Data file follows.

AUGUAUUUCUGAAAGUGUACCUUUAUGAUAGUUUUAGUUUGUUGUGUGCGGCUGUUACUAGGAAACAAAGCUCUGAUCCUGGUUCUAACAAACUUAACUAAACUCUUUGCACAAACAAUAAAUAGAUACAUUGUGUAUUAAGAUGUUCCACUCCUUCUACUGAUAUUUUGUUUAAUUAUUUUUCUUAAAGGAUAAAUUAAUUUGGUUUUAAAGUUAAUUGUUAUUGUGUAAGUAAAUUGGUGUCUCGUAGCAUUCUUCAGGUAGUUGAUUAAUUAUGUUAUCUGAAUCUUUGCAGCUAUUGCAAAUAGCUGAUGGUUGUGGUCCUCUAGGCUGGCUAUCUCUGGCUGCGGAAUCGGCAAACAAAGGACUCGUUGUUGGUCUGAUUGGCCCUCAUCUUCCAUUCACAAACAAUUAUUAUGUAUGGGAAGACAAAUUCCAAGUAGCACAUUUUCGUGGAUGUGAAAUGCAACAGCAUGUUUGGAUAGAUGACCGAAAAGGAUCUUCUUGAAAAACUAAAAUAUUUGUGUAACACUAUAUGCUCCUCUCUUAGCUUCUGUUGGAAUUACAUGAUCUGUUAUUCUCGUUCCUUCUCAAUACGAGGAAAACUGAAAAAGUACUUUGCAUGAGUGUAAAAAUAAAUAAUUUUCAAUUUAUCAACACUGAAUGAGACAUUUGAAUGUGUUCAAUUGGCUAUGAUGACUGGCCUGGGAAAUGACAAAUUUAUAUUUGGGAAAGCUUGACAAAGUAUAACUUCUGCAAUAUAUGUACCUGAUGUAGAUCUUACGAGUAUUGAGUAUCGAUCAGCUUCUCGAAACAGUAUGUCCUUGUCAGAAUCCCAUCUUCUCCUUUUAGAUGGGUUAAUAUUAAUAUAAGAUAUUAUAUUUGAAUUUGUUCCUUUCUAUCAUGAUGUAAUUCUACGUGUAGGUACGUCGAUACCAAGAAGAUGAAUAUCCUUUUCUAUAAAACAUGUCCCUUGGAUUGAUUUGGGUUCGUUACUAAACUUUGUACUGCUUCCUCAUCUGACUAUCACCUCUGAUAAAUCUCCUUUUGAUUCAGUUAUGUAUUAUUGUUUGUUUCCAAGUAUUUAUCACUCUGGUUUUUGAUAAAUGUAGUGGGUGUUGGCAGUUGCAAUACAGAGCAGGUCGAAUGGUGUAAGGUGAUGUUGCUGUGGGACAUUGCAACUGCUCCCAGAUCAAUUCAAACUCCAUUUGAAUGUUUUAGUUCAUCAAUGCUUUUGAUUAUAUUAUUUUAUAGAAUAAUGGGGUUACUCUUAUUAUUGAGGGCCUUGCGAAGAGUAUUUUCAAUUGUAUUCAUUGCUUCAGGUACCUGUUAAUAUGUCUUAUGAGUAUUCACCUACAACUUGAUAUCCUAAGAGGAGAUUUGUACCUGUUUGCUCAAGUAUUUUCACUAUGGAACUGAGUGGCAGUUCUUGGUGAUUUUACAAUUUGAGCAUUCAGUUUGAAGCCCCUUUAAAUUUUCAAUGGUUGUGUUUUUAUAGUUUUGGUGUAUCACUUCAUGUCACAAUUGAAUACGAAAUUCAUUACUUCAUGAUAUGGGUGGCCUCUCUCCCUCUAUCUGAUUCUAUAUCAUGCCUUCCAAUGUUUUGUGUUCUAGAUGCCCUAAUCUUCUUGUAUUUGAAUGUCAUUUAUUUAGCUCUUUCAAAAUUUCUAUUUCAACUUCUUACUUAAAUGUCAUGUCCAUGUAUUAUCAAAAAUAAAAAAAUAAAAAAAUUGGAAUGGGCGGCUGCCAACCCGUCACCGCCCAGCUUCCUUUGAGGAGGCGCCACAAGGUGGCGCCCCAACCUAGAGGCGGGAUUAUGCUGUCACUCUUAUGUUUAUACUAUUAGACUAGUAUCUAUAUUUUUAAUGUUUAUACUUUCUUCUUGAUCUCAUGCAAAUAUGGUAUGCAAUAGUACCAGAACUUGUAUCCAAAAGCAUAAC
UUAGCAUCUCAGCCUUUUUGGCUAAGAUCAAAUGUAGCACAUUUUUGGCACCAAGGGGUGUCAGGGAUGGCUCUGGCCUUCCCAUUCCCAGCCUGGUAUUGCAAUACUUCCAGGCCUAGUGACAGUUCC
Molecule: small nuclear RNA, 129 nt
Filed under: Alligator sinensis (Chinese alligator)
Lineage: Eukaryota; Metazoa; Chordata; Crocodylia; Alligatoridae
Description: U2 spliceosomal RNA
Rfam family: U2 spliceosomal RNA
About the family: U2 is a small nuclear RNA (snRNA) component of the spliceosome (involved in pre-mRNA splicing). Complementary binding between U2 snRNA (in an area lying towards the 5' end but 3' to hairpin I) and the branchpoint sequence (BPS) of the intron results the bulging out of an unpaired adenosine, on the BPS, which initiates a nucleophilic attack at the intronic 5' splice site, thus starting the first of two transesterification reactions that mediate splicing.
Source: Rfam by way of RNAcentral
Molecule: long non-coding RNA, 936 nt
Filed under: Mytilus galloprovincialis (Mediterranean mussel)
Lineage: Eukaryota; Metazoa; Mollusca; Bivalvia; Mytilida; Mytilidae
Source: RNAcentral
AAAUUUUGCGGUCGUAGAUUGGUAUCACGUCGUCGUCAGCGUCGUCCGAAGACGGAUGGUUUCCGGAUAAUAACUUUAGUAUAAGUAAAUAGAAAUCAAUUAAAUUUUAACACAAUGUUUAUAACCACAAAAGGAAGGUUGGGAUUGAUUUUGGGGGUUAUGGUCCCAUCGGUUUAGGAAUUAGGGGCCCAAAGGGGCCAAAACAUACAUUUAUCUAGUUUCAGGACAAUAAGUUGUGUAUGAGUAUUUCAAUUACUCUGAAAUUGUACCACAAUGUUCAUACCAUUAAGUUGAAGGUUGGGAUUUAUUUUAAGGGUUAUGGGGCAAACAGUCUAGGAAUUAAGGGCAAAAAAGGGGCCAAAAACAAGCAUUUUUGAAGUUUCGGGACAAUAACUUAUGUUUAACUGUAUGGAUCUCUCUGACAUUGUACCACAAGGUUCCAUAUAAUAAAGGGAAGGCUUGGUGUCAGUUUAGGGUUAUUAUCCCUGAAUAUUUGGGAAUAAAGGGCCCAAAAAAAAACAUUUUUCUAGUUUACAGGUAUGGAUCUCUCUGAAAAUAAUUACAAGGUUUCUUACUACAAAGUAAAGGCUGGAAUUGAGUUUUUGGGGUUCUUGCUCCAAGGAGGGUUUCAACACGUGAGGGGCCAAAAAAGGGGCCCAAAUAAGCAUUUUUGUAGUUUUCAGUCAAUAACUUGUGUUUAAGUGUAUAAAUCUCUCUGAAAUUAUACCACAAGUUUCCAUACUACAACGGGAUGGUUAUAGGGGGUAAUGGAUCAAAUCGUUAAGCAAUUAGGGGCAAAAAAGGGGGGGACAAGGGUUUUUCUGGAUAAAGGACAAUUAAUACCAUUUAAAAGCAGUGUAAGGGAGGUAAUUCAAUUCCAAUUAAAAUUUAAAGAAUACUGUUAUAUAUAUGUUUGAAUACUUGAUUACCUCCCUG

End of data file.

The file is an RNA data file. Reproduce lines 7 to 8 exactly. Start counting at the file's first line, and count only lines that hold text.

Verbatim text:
Rfam family: U2 spliceosomal RNA
About the family: U2 is a small nuclear RNA (snRNA) component of the spliceosome (involved in pre-mRNA splicing). Complementary binding between U2 snRNA (in an area lying towards the 5' end but 3' to hairpin I) and the branchpoint sequence (BPS) of the intron results the bulging out of an unpaired adenosine, on the BPS, which initiates a nucleophilic attack at the intronic 5' splice site, thus starting the first of two transesterification reactions that mediate splicing.